Children and Parents Adjust to Separation
by Gary Direnfeld, MSW, RSW
You haven’t separated physically yet, but the ink is dry on your parenting plan agreement and you are ready to go your separate ways. Now reality bites!
Although many parents don’t talk about it, the final act of separation cuts like a knife, particularly when previously living on a full time basis with the kids.
Now ready to start a new home, you are struck by the fact you will not be with your children on a full time basis as accustomed. The sense of loss and upset sets in and for many is overwhelming. Few are actually spared the process of mourning, even those who initiated the separation. Some parents are actually surprised by the depth of sadness when this part of the separation takes hold.
As parents experience their first days and weeks without the children’s company, many are left wondering what to do with themselves. They may be restless, agitated, have trouble sleeping or eating and may find themselves tearful with little or no provocation. These experiences point to the emotional adjustment that parents make to the separation process. Here is where some cry in their beer while others chat with friends or family and others seek the support of clergy or counselors.
To intensify matters, as parents are making their own emotional adjustment the children are on a parallel course, also adjusting to the reality of separated parents and separate residences and often a separate set of rules. Similar to parents in the adjustment process, children can appear agitated, depressed or anxious. Children may have trouble sleeping or eating or even concentrating at school. Here some parents point to the children’s adjustment as the basis to re-evaluate the parenting plan. As such, some parents fight over custody and access issues supposedly on the basis of the best interest of the children, but at heart the objective is to lessen their time away from the children and hence soothe their own emotional adjustment. So what was just agreed to a few days, weeks or months ago, is now subject to re-evaluation.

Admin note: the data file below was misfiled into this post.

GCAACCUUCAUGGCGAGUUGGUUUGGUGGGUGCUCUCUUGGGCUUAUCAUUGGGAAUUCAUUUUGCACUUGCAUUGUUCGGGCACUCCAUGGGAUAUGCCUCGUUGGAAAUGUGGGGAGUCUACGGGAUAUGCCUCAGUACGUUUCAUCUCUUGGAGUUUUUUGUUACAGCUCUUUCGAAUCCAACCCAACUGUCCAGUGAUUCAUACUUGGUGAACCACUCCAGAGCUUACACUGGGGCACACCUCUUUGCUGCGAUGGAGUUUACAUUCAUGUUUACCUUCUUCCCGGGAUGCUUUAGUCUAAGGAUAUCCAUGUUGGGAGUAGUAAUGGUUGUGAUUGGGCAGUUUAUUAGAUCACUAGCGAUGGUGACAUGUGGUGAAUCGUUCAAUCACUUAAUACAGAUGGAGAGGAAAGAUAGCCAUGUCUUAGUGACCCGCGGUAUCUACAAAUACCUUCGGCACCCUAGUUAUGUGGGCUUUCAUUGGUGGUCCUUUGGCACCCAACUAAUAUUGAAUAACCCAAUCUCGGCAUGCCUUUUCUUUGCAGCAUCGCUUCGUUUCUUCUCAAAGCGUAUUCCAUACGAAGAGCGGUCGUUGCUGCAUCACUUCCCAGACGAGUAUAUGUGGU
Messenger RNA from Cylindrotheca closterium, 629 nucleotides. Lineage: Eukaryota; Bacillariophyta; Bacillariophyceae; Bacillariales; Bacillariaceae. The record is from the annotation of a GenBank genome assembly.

What may be necessary however, is not re-evaluating the whole parenting plan, but offering strategies to ease and facilitate the adjustment process. There are several strategies available to parents and children to help out.
The first strategy is to allow time. Even though living through upset, parents need to understand that an adjustment process is normal and that in many ways, only time can heal the upset. Time is necessary for old habits to wane and new habits to develop. As new habits develop parents and children grow accustomed to the change and the new living arrangements.
The second strategy is to acknowledge the struggle. This validates it as normal. You don’t have to feel bad about feeling sad. Parents can help their children acknowledge their upset by gently admitting their own. It is fair to say to a child, “I know the change is upsetting, I feel it too”, then go on to add, “But we will both feel better in time.” The key is for the parent to not burden their children with their own emotional issues, but more simply to use their experience to validate their children’s experience.
The third strategy is to talk to someone. This may be a friend, family member, clergy or counselor. The objective is not to change the circumstances, but to find a safe place to let out and share one’s pain. For many people the mere process of acknowledging the upset, eases the burden.
The fourth strategy is to discuss the adjustment with the other parent and see if the parenting plan can be tinkered with, on a friendly basis and for a limited time. Sometimes, separation and new parenting plans can feel radical. The time between parent-child contact, whether person to person or by phone or email can be too long. Shortening the time between contacts can ease adjustment in the short term knowing that over time, time between contacts can be increased. Other strategies in this vein include the odd visit between residential changes, mutual attendance at extra-curricular activities, more phone calls and even having recent photographs.
Adjusting to the immediate change of separation and time with the kids can be onerous. If parents or children are finding the first days, weeks or even months particularly difficult, consider the above strategies before necessarily opening up a whole new custody/access dispute. It just may be that with a little more time, mutual kindness and consideration, the adjustment will take care of itself.
How long does it take to adjust? Several months to several years depending on the will, determination and mutual kindness of both parents.
Gary Direnfeld is a social worker. Courts in Ontario, Canada, consider him an expert on child development, parent-child relations, marital and family therapy, custody and access recommendations, social work and an expert for the purpose of giving a critique on a Section 112 (social work) report.